No problem with eating Gulf seafood after BP spill

Is Our Seafood Safe?

Defining toxicity is tricky because much depends on the method of delivery, the dose and a personal interpretation of the word “toxic.” Cabbage, broccoli, Brussels sprouts and anything soy are toxic because they contain goitrogen. Salt can be a powerful toxin. Ethyl alcohol, the stuff in beer, wine and whiskey, is toxic (as well as being metabolizabled as a food).

Oil in the BP oil spill has been universally described as an almost deadly toxin, almost one that kills on contact.

But what is the truth?

“In general, hydrocarbons have a low degree of toxicity to humans,” says Dr. LuAnn White, a toxicologist with the Tulane University School of Public Health and Tropical Medicine, Director of the Center for Applied Environmental Health and a diplomat of the American Board of Toxicology. “That means that it takes a large amount to cause adverse effects. The most common symptoms are irritation, headache and nausea, and the symptoms get better when removed from exposure.”

White explains that when people think of oil and toxicity, they often think of what they are familiar with, the sight of oiled pelicans. But Pelicans are not killed by the toxicity of oil. Rather, oil coats the birds’ feathers, reducing their ability to fly, eat or drink. They get dehydrated and starve to death.

“It works the same way with fish,” she says.

White feels that people have confused the compounds of most concern in oil, the polycyclic aromatic hydrocarbons (PAHs), with chemicals such as DDT and mercury that bioaccumulate over time. PAHs are metabolized, but sometimes the metabolic process produces free radicals, subatomic particles that are only around milliseconds but can do genetic damage and potentially cause cancer.

Finding PAHs in fish is extremely rare.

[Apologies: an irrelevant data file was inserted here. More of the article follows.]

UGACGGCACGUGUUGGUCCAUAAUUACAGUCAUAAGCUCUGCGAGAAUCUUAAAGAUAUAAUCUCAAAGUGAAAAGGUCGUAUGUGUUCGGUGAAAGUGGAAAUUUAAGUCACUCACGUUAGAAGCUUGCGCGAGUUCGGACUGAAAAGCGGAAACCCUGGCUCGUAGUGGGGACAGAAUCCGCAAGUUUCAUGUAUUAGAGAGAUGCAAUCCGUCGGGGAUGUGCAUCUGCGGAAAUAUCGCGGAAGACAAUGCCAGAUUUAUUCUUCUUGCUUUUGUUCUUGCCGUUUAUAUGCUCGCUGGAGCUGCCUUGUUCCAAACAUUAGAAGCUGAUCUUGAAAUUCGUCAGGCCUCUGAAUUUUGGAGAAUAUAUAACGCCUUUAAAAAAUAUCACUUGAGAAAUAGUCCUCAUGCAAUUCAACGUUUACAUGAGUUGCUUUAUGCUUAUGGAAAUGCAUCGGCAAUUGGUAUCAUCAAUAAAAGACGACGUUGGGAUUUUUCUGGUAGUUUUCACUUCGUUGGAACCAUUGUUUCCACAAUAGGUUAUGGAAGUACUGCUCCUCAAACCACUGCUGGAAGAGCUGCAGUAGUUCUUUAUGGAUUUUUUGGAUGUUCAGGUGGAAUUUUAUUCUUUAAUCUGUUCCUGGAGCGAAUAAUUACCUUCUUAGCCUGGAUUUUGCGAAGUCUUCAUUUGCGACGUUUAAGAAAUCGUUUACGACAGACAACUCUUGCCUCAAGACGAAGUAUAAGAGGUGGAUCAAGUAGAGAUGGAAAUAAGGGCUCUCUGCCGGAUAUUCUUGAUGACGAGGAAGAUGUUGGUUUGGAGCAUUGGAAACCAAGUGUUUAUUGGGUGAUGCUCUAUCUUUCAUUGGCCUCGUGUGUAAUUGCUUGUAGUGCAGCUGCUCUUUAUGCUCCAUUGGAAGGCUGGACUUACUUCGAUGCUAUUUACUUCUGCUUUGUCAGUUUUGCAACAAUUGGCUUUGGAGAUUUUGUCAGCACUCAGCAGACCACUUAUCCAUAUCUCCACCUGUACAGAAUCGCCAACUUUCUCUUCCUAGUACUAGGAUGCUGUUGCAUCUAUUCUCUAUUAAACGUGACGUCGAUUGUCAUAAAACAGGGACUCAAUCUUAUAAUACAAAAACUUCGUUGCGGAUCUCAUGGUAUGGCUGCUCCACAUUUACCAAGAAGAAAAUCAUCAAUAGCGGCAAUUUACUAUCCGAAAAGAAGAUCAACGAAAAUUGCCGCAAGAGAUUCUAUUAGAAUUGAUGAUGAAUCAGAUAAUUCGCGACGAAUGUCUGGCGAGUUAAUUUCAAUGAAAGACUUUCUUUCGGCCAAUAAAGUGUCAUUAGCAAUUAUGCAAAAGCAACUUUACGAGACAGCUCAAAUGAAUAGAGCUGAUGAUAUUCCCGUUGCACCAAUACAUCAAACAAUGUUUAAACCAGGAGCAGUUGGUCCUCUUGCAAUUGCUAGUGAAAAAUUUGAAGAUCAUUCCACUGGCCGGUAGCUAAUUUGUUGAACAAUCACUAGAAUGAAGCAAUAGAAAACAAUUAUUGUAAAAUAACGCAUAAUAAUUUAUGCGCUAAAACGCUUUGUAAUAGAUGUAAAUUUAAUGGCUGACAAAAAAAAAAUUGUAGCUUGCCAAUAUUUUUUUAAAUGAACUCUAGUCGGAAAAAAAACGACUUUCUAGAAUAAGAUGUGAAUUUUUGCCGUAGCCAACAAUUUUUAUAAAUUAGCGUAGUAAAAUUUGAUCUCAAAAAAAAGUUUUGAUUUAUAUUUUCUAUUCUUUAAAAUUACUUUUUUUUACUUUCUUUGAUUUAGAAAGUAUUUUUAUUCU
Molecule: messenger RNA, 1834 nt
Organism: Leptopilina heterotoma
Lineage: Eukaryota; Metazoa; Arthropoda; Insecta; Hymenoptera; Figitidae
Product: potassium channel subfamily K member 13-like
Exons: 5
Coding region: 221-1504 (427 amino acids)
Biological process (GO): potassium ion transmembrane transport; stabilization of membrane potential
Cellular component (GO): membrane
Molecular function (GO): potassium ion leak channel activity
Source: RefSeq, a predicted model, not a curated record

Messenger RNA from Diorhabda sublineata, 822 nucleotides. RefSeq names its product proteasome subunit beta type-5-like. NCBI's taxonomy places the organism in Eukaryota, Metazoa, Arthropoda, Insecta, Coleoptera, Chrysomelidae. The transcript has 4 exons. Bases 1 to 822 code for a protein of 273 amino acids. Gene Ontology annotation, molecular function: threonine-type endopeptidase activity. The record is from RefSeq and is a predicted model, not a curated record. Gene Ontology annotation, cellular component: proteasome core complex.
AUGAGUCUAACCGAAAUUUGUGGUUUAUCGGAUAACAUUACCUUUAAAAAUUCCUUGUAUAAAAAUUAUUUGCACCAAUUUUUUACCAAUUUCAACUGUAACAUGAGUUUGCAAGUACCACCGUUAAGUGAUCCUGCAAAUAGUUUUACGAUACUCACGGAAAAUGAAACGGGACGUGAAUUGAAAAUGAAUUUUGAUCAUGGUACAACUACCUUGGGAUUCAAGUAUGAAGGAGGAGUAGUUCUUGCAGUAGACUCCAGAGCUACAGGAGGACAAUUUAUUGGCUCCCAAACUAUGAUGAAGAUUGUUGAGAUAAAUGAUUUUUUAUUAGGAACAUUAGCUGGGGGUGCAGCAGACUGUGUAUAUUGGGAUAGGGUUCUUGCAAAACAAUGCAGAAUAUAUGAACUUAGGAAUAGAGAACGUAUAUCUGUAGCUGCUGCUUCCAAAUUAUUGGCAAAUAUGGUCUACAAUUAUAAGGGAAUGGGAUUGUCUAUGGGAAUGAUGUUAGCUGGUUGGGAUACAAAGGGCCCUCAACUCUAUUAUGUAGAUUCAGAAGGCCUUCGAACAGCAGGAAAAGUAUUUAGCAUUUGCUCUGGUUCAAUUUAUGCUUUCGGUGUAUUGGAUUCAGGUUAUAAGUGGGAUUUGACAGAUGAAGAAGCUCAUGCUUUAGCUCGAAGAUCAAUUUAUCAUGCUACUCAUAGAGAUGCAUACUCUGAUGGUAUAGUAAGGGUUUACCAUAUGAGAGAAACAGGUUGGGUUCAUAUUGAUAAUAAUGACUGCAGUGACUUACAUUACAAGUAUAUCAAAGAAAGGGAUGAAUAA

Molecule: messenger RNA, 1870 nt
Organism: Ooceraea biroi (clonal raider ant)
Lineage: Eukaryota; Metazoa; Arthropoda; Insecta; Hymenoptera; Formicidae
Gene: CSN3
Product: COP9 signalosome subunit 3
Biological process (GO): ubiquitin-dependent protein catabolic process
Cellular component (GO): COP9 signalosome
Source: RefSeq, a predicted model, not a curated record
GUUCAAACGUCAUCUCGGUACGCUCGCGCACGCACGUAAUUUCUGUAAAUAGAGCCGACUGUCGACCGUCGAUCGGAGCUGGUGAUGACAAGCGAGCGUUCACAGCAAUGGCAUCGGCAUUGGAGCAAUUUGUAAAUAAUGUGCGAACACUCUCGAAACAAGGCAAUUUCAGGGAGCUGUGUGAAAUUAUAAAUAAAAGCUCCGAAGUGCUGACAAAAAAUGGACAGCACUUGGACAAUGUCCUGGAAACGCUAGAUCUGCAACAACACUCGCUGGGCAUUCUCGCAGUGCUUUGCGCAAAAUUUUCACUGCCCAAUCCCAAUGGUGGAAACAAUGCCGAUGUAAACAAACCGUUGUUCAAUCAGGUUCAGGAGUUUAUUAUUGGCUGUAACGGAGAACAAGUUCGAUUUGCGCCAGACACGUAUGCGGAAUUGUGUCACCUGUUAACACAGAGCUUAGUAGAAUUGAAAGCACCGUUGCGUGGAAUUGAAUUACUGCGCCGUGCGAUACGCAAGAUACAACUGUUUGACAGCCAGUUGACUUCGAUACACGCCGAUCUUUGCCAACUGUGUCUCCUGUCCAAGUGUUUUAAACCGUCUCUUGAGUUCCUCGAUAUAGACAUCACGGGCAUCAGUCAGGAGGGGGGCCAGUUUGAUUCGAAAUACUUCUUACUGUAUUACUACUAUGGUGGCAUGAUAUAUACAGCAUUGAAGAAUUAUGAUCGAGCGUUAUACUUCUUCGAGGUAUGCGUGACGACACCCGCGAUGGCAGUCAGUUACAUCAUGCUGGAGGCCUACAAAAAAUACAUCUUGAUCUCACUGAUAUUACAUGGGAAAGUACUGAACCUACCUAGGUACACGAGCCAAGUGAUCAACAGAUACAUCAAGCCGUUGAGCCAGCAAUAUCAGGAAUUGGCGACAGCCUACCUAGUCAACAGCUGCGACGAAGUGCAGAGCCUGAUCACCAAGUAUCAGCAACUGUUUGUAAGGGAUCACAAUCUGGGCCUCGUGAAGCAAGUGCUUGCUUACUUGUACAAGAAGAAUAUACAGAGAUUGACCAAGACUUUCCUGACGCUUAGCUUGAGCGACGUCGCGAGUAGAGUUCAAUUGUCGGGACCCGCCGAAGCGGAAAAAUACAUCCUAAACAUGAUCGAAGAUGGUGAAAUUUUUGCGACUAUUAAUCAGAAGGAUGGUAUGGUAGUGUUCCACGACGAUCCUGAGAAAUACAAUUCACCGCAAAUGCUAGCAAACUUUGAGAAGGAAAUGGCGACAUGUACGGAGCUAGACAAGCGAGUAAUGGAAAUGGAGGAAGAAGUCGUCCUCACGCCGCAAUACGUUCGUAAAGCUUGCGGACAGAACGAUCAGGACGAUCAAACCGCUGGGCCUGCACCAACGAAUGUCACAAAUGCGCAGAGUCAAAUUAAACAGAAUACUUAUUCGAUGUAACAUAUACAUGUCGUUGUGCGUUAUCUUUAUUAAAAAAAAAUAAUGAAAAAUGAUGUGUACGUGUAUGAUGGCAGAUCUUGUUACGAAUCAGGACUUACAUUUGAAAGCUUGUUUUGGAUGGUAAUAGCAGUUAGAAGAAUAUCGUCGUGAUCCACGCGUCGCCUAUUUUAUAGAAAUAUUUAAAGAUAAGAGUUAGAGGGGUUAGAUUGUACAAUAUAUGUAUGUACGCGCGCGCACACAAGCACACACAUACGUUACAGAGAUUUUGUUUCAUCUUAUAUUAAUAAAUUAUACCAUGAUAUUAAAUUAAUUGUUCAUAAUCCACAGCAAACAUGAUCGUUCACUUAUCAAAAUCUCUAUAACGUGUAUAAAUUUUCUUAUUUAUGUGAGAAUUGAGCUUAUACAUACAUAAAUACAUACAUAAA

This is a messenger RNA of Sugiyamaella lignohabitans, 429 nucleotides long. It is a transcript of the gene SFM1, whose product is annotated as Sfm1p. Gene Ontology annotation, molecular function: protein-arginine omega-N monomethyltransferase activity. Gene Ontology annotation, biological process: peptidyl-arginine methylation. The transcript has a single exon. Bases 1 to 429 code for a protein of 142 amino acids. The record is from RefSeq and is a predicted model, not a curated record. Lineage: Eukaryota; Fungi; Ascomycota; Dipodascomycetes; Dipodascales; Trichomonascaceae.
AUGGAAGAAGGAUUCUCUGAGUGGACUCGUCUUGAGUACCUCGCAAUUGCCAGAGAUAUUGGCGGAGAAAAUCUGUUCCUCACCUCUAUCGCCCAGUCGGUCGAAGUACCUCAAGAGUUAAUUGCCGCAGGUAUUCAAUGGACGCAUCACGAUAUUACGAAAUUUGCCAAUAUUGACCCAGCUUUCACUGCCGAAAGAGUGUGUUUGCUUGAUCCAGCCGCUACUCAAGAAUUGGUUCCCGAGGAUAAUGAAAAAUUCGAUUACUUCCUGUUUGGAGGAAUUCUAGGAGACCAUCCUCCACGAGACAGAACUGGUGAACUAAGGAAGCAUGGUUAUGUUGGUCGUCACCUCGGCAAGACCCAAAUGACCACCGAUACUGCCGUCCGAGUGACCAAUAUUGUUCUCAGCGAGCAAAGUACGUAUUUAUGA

The National Oceanic and Atmospheric Administration (NOAA), in their publication Managing Seafood Safety After an Oil Spill, explains that finfish, like other vertebrates including humans, have mixed-function oxygenase enzyme systems that biotransform, metabolize and excrete PAHs into bile. Crustaceans, such as crabs and shrimp, have a more limited capacity to do the same, and mollusks such as oysters have the least. Still, maintains White, PAH levels in oysters will come down in a matter of weeks after the source of oil is removed.

Finfish, and to a lesser degree shrimp and crabs, also have the ability to leave an area of oil concentration and reduce their exposure to it.

White, Dr. Ralph Portier, a professor of Environmental Science with the Louisiana State University Department of Environmental Sciences and the School of the Coast and the Environment, and Dr. Ed Overton, an environmental chemist and Professor Emeritus, also with the LSU Department of Environmental Sciences, agree that the most toxic element of oil, the PAHs, will be consumed by microorganisms and eliminated from the environment, “the ultimate solution,” as White calls it.

Portier described bacterial action with relish.

“They will start chewing away right away, the light stuff first, then the heavy stuff,” he said.

He called oil dissolved in water “great bug food.” The heaviest components are eaten last and often end up sinking to the bottom of the deep ocean. These are the least-toxic components of oil, and while it may take decades, other bacteria will consume them in the cold, low-oxygen environment.

The oil does enter the food chain, but not in the way that people fear. It is turned into carbon dioxide, water and biomass — the bodies of bacteria that will be eaten by other creatures.

Overton agrees. The increased numbers of bacteria either end up dying and sinking to the bottom or creating a feast for zooplankters, which are in turn eaten by higher predators.

Once the oil is degraded, he says, it is no longer oil. It is biomass. It is the body of whatever it is at the time. When we eat steak, the steak turns into us — we don’t turn into the steak. The same thing happens with oil and bacteria. Two-thirds of the oil turns into carbon dioxide and one-third into biomass.

The supposed toxicity of dispersants has become more hotly debated than that of crude oil. A May 14, 2010, U.S. Food and Drug Admistration memorandum from Dr. Kiros Hailemariam to Supervisory CSO (Compliance Director) Peter Koufopouolos stated, “Though early dispersants contained agents highly toxic to marine life, manufacturers have refined formulations of more recent generations of dispersants to dramatically reduce toxicity.”